Flood Victims Must Deal With Mold, Other Health Issues

Flood victims may still be in shock, but health officials say they need to begin clean-up soon.

Mold, in particular, is a problem. It can cause coughing, wheezing and other nasal and throat conditions. People with asthma and allergies may be particularly susceptible, along with children and the elderly.

“By taking certain precautions, they can protect themselves from flood-related illness or injury,” Assistant Health Commissioner Aggie Leitheiser said. “Knowing what can and can’t hurt them is important.”

The Health Department’s Dan Tranter of the indoor air quality unit said mold probably is the most widespread health issue after a flood.

It is not just the water that causes issues, he said. “We assume the water contains sewage and other matter.”

In cases where river water flooded homes, Tranter said all porous materials the water touched should be thrown out.

Solid wood, plastics, metal and other non-porous items may be cleaned and kept.

“Particle board, we would recommend chucking it out,” Tranter said.

Cleaning may start before the water is gone, he said, but the work is not done until the water is out and all porous materials are tossed.

If it is not raining, Tranter suggested taking affected non-porous furniture outside to air out and dry “to salvage it if you can.” Solid wood can be cleaned and disinfected, and so can laminated items if the laminate has not peeled back.

In a flooded basement, solid wood used in stairwells, studs or the like can be cleaned. But dry wall, plaster, carpet and carpet pad are among the items Tranter said must be thrown out.

If clear water flooded a home, that could be saved, he said. Clear water would be from a broken water pipe (not a sewer pipe) or water that ran into a basement from the home’s yard.

Even if an item looks mold free, it may not be. Tranter said dry wall, for instance, needs to be examined from the front and back both. Often, mold can form out of sight and it may not be visible to the eye for days.

To eliminate mold from solid surfaces, such as studs and solid wood furniture, the first step is to take soapy water to it.

“Scrub very vigorously,” Tranter advised. “The scrubbing with soapy water is going to remove almost all the microorganisms.”

In most cases, that needs to be followed with using a bleach mixture, he added. For that, a quarter cup or half cup of bleach should be mixed in a gallon of water.

The bleach mixture should be allowed to dry without rinsing or wiping it off. However, Tranter said, bleach residue may be cleaned off once it is dry.

While cleaning off mold and applying bleach, workers should wear mask respirators and take other precautions not to inhale or touch the mold or bleach, he said.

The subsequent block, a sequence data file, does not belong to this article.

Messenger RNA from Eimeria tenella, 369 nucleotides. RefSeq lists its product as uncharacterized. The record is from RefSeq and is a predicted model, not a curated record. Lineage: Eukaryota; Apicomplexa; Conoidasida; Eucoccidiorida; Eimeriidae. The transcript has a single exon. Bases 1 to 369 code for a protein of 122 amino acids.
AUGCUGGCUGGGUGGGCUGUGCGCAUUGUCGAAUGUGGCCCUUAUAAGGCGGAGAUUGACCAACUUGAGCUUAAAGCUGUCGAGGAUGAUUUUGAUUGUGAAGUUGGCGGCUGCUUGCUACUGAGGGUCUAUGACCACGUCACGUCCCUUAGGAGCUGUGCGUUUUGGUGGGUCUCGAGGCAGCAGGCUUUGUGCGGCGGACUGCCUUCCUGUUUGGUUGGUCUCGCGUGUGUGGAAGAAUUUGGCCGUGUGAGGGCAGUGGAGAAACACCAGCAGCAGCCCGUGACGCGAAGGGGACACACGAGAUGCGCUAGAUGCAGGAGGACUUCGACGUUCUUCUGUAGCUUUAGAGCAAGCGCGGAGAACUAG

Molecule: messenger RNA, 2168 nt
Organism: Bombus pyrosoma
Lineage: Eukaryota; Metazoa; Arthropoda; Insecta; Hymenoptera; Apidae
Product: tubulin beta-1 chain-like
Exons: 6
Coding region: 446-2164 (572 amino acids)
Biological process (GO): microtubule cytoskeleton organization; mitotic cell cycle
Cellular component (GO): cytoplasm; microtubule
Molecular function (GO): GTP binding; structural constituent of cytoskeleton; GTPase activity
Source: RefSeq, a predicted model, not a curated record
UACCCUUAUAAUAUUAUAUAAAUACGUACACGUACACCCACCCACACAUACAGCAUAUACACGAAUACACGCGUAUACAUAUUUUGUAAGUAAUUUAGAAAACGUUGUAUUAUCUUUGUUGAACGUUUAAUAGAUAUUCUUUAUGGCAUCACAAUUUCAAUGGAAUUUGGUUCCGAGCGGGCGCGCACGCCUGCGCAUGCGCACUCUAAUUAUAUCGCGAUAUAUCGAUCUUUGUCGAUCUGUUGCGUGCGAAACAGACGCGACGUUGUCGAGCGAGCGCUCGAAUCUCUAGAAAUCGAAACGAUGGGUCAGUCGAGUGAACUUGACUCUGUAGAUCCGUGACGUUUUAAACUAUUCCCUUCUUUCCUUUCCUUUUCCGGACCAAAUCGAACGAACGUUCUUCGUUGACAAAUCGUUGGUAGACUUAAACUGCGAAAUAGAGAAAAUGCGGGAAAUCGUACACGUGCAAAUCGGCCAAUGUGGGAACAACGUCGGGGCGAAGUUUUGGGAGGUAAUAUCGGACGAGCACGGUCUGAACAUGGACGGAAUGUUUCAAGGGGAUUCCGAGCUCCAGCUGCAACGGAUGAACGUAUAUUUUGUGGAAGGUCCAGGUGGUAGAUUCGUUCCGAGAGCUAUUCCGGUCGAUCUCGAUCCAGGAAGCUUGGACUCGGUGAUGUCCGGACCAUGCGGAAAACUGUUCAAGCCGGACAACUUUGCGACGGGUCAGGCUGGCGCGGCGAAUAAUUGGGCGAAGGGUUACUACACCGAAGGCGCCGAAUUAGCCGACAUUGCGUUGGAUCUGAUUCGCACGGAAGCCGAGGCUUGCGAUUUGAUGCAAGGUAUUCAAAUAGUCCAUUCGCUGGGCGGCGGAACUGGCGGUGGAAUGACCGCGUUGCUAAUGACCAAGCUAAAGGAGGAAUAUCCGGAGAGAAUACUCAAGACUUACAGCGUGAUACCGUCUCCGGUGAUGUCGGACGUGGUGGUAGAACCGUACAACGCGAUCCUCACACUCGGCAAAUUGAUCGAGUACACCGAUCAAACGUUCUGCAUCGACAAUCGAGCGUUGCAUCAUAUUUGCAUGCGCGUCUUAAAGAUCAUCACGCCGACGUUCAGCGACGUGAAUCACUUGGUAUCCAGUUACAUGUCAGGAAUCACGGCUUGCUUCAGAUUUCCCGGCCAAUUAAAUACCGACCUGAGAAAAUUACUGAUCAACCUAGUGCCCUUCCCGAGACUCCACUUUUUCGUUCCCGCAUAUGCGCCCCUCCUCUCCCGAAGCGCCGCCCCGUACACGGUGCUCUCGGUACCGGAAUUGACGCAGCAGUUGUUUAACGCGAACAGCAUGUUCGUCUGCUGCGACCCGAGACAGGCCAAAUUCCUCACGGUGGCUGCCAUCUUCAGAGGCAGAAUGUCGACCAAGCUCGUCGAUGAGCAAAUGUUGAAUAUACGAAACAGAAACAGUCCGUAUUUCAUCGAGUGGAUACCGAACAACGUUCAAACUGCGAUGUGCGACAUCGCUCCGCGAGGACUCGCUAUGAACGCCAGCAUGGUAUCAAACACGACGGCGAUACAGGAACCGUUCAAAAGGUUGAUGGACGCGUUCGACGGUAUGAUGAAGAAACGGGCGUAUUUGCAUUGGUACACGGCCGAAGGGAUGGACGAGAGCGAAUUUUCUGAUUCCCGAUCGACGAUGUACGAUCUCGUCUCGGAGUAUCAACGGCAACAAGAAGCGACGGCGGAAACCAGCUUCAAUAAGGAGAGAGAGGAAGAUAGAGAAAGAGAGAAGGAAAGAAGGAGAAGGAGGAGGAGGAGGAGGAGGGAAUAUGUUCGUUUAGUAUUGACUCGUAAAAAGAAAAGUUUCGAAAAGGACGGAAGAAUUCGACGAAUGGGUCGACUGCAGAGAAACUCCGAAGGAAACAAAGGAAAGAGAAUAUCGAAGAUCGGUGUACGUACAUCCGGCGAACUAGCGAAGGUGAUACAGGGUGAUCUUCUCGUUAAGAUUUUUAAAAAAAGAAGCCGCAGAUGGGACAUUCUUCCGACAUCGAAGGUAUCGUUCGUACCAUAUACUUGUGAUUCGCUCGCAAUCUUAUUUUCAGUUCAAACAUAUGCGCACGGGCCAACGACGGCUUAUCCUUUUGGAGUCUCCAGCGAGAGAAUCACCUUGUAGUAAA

The Health Department recommends an N95 or N100 type disposable respirator.

Tranter suggested using fans to remove air from the affected area. While bleach is not as bad as mold, it also can affect a person’s breathing.

State health, agriculture and emergency management officials say there are other health-related issues flood victims should know:

— If part of a fruit or vegetable plant that is used for food comes in contact with contaminated flood water, it cannot be harvested for human eating.

— People should assume private wells are contaminated if the well casing was under water. The well water should not be used for drinking or cooking until the water system is flushed, disinfected and tested.

— If flood water came within 50 feet of a well, it could be contaminated. If so, testing before drinking the water is advised.

— As people recover from the flood, they often use electric generators, grills and other gasoline, propane or charcoal devices. However, they could produce the colorless and odorless carbon monoxide, which kills more than 500 Americans a year, so such devices should not be used inside a building or near a window.

— Soft children’s toys in flood water should be thrown out, but hard ones such as those made with plastic could be cleaned and disinfected.

— A full freezer without electricity usually can keep food cold enough for two days; food in a half-full freezer may be good for a day. In both cases, the door must remain closed.

— A closed refrigerator without power can keep food cold four hours.

— Commercially canned foods with no damage are safe if labels are removed and the cans are washed and disinfected.

— Foods in paper, cardboard and other non-waterproof containers affected by flood water should be thrown out.

“When it comes to food safety during a flood, always remember one basic rule,” Leitheiser said. “If in doubt, throw it out.”